FIG. 1 shows an embodiment 2 of an apparatus of the present invention being used to remove wires 4 bonded between pads 6 on an electronic device, such as a semiconductor, chip 8 and pads 10 on packaging substrate 12. The back face 14 of semiconductor chip 8 is disposed on substrate surface 16 on which pads 10 are disposed. The semiconductor chip 8 has generally rectangular shape having four sides. On top surface 17 of semiconductor chip 8 in the vicinity of each edge 1, 3, 5 and 7 of the chip there are a plurality of pads 6 or contact locations. Surrounding the chip 8 on surface 16 of packaging substrate 12 there are a plurality of packaging substrate contact pads 10 or contact locations generally aligned with each edge of the chip. There is typically one chip contact location 6 corresponding to one substrate contact location 10. FIG. 1 shows one example of a typical workpiece for the apparatus of the present invention. Other workpieces having a wire or elongated member bonded to one or two locations on the workpiece are suitable workpieces for the present invention.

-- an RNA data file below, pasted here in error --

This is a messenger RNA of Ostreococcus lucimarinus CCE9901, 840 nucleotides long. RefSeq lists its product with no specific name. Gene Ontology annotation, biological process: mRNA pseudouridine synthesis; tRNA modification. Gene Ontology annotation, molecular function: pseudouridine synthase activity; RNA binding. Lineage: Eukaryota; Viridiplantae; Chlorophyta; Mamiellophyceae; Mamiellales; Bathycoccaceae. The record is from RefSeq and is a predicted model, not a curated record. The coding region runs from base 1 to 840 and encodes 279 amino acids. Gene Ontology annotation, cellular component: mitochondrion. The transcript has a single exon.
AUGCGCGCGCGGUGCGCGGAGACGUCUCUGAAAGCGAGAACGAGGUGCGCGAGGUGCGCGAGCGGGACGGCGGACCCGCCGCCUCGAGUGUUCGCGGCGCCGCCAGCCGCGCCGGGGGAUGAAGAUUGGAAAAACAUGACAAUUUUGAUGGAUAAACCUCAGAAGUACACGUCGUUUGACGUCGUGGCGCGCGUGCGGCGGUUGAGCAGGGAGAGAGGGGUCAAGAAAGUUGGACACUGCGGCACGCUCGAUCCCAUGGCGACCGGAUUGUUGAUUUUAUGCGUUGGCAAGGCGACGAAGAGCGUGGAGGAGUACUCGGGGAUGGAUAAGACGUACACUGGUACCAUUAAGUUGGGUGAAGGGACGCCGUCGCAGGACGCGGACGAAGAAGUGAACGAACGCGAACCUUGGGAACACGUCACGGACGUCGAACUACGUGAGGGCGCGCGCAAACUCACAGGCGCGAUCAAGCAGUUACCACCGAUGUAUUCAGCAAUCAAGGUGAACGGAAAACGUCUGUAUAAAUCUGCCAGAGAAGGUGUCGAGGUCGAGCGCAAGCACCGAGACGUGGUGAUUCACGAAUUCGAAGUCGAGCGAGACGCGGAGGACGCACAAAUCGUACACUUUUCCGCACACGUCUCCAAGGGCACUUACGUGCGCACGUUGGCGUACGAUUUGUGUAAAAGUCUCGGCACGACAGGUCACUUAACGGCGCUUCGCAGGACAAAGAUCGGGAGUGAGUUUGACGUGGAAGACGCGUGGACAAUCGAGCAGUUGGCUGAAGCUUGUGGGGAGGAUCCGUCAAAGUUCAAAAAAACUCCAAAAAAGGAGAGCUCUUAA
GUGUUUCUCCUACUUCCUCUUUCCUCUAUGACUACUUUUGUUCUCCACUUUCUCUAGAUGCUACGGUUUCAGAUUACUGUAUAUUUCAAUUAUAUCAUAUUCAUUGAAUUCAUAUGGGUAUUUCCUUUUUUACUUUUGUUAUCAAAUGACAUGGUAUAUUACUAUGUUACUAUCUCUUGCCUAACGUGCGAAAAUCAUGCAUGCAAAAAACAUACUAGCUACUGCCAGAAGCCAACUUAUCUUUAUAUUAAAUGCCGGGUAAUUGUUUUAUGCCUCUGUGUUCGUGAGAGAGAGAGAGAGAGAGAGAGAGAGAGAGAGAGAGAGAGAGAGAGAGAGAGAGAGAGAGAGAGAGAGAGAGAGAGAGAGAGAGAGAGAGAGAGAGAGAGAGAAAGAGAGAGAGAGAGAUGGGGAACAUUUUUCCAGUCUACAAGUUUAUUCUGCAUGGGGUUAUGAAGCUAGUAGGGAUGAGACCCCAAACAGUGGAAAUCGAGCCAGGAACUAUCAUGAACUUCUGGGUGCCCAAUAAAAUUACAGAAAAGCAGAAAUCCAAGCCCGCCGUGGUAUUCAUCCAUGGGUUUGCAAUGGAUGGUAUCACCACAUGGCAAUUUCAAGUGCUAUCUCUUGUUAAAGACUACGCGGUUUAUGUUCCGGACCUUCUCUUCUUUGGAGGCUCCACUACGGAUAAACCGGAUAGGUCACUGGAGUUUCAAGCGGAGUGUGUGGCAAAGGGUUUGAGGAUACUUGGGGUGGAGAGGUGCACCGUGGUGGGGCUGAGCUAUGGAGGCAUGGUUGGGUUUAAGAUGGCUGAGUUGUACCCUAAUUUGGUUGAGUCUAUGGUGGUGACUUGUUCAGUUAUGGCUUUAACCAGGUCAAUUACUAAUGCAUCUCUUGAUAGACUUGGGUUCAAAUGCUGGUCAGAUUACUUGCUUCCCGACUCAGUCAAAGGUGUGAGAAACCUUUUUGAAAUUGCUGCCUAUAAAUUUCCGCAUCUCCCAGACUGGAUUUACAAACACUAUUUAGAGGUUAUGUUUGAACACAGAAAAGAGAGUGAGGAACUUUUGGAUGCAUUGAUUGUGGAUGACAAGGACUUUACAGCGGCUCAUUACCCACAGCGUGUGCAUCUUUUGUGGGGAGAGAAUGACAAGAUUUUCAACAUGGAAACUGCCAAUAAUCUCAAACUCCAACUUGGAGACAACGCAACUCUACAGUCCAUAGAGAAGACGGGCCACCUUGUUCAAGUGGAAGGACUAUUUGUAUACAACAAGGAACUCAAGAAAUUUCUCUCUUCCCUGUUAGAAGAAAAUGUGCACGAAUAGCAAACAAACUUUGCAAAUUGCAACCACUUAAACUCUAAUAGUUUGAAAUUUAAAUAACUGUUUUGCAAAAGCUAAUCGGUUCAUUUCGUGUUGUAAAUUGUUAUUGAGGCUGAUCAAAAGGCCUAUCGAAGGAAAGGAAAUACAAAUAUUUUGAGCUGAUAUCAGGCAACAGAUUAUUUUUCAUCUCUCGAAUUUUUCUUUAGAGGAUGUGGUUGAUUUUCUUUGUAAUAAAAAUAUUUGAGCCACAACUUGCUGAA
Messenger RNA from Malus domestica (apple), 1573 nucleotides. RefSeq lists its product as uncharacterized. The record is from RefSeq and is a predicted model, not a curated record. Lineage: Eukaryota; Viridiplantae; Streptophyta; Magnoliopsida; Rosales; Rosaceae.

The apparatus 2 is supported by a moveable arm not shown in FIG. 1 which grips onto holding means 18. Holding means 18 is fixedly mounted to top surface 20 of apparatus 2. Top surface 20 is the top surface of a housing 22. Housing 22 is preferably formed from a block of material 22 which can be any suitable material such as aluminum, copper, a ceramic and the like. There are two fluid input ports 24 and 26 to block of material 22. Input tube 25 is connected to input port 24 and input tube 27 is connected to input port 26. Fluid input port 24 is connected by means of a channel 28 (shown in phantom in the interior to the block of material 22) to nozzle or jet 30. Input port 26 is connected by means of a channel 28 (shown in phantom in the interior to the block of material) to nozzle or jet 32. The block of material 22 in side view in a direction 34 has a generally rectangular U-shape, but is not limited to such a shape. Nozzles 30 and 32 are on the interior side of the open end of the U-shape and are generally directed towards each other at an angle directed towards the workpiece. A fluid, typically a gas and preferably air, is directed in fluid port 24 and 26. The fluid input to input ports 24 and 26 is controlled by valves (not shown) so that fluid flows alternately into input ports 24 and 26 in a repetitive cycle so that the fluid flows out from the nozzles 30 and 32 in a corresponding cyclic pattern. The fluid flow from nozzle 30 is generally indicated by dashed line 34. The fluid flow from nozzle 32 is generally indicated by dashed line 36. The fluid flow 34 pushes wires 4 in the direction of nozzle 32 and the fluid flow 36 pushes the wires in the direction of nozzle 30. For aluminum wires having length 0.1001 inch and cross sectional diameter 0.001 inch it has been found that 32 alternations from nozzles 30 and 32 is sufficient to severe the wire 4 from substrate contact location 10 and chip contact location 6.